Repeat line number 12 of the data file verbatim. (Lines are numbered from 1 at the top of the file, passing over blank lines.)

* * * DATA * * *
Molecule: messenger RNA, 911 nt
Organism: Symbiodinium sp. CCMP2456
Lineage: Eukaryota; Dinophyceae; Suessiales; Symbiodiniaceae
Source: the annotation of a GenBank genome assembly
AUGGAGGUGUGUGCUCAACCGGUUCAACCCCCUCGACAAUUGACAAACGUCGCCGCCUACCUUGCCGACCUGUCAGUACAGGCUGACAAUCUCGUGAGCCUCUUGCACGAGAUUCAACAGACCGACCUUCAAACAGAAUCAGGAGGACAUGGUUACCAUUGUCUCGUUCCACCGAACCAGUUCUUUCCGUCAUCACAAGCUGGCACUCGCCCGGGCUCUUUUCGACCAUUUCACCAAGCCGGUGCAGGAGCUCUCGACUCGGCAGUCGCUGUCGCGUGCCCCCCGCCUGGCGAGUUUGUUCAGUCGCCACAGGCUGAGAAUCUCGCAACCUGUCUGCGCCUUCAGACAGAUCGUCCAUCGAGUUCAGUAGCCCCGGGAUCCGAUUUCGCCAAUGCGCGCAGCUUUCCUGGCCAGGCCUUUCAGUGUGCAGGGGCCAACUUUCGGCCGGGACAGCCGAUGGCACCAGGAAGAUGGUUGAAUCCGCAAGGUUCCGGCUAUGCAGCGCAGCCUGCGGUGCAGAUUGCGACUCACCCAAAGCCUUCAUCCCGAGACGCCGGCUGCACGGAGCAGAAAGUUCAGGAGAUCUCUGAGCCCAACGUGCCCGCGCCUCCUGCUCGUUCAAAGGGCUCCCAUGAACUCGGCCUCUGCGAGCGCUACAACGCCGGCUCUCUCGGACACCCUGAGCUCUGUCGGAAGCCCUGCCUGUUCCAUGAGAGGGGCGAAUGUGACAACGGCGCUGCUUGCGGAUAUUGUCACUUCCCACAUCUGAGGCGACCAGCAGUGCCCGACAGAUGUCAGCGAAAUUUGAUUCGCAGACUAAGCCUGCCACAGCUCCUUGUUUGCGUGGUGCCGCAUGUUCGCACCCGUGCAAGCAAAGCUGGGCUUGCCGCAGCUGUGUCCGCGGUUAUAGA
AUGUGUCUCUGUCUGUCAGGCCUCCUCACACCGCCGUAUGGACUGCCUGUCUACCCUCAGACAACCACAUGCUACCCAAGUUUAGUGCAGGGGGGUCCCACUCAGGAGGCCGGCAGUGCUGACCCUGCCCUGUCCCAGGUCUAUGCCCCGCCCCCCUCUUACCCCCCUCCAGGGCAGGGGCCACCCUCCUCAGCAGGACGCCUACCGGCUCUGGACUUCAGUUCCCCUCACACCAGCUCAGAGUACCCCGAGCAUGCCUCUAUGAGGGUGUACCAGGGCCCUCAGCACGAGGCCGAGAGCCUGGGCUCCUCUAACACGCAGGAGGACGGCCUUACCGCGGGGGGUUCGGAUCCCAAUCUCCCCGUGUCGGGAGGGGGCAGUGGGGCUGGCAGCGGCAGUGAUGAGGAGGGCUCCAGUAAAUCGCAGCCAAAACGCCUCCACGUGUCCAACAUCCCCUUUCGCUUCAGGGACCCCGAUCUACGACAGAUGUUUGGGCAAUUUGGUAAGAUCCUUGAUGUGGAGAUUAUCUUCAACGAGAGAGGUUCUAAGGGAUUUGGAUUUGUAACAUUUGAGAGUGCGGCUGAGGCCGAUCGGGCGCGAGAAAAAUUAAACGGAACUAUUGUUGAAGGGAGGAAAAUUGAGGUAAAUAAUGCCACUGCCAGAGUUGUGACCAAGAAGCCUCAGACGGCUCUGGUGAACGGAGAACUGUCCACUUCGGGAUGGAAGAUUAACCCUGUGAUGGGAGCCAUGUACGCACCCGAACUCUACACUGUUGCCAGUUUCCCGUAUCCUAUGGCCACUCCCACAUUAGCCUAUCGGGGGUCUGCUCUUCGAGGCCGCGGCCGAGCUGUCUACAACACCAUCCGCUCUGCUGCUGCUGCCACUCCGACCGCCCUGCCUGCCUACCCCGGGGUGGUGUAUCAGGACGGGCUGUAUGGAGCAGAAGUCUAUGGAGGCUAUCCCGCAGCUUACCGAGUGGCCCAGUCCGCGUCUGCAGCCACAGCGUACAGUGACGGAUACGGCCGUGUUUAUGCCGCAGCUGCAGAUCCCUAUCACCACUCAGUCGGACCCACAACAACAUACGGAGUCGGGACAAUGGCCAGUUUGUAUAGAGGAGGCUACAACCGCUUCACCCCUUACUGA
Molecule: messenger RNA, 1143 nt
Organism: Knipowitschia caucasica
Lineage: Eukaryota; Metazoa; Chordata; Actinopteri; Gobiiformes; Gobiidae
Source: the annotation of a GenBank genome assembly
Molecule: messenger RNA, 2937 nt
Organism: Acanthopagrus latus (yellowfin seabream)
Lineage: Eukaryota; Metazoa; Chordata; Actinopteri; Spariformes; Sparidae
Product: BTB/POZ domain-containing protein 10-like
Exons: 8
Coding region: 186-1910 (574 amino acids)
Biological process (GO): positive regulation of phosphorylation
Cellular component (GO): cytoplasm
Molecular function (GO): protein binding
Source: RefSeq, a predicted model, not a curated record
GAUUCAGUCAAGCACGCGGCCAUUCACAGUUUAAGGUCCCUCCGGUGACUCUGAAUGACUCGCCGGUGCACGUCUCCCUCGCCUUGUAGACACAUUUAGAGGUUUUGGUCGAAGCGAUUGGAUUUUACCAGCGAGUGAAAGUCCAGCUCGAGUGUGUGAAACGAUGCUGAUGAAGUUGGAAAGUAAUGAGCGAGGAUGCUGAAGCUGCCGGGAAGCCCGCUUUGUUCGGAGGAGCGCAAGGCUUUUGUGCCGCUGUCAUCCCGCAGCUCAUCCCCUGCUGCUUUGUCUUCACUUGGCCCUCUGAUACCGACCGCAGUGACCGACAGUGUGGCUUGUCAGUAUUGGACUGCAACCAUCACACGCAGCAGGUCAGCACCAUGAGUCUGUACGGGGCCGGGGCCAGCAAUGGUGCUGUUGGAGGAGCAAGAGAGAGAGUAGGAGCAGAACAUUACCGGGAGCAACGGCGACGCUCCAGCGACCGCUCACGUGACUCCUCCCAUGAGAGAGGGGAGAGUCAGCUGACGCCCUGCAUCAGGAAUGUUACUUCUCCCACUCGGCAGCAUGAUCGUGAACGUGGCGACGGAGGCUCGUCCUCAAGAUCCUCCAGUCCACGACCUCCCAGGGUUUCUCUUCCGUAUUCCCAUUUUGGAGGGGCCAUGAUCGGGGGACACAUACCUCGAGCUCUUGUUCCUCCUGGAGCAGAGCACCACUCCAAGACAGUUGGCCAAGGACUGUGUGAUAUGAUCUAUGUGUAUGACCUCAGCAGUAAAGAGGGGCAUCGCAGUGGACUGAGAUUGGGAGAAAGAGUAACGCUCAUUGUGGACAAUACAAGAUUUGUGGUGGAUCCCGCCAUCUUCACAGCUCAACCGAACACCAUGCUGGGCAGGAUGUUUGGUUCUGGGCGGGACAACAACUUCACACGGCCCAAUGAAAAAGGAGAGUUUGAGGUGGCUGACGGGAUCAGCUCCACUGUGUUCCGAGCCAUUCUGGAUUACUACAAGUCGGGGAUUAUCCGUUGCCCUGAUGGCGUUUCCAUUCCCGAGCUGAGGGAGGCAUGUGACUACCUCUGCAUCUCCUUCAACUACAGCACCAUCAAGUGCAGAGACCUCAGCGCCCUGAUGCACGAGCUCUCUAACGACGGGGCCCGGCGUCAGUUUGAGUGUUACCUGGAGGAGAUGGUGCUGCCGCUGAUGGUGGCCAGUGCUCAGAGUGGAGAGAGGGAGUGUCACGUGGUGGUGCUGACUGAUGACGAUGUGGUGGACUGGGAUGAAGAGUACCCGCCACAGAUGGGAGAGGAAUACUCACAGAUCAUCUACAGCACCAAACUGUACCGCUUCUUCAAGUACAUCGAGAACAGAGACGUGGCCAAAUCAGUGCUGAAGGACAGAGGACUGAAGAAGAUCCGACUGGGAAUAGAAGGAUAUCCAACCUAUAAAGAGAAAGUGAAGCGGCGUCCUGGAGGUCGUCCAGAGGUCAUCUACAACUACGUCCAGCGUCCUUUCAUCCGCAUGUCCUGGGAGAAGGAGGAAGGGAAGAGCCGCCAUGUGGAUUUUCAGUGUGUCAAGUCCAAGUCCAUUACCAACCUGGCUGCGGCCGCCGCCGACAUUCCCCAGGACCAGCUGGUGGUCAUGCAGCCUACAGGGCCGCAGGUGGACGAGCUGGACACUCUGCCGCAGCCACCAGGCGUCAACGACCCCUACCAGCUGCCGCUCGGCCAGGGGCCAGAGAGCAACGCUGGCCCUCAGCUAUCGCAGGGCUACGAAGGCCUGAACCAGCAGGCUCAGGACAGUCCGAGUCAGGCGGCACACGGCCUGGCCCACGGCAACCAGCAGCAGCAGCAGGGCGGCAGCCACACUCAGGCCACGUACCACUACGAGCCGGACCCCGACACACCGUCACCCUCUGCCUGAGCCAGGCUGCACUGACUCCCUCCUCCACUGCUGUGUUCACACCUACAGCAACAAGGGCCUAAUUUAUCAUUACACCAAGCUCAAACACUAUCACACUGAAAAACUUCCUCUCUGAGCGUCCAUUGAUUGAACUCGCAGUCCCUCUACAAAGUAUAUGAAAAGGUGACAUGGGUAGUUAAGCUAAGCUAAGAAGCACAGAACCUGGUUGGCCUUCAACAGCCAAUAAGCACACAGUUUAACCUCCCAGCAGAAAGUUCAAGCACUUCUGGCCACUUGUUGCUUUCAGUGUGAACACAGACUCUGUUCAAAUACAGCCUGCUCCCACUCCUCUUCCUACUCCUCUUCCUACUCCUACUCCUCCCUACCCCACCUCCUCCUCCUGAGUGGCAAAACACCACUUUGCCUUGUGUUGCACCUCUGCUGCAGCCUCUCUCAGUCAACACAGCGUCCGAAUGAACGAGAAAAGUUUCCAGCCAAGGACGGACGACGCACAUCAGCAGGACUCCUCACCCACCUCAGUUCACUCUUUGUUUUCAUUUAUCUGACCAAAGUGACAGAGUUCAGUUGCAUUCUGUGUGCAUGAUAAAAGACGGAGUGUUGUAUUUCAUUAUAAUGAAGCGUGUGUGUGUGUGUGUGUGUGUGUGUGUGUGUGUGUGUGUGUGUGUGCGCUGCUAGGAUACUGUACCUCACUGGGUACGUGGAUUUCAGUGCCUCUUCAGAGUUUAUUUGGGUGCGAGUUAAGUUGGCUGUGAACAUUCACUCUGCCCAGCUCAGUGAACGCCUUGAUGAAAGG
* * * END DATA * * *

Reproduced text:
Organism: Acanthopagrus latus (yellowfin seabream)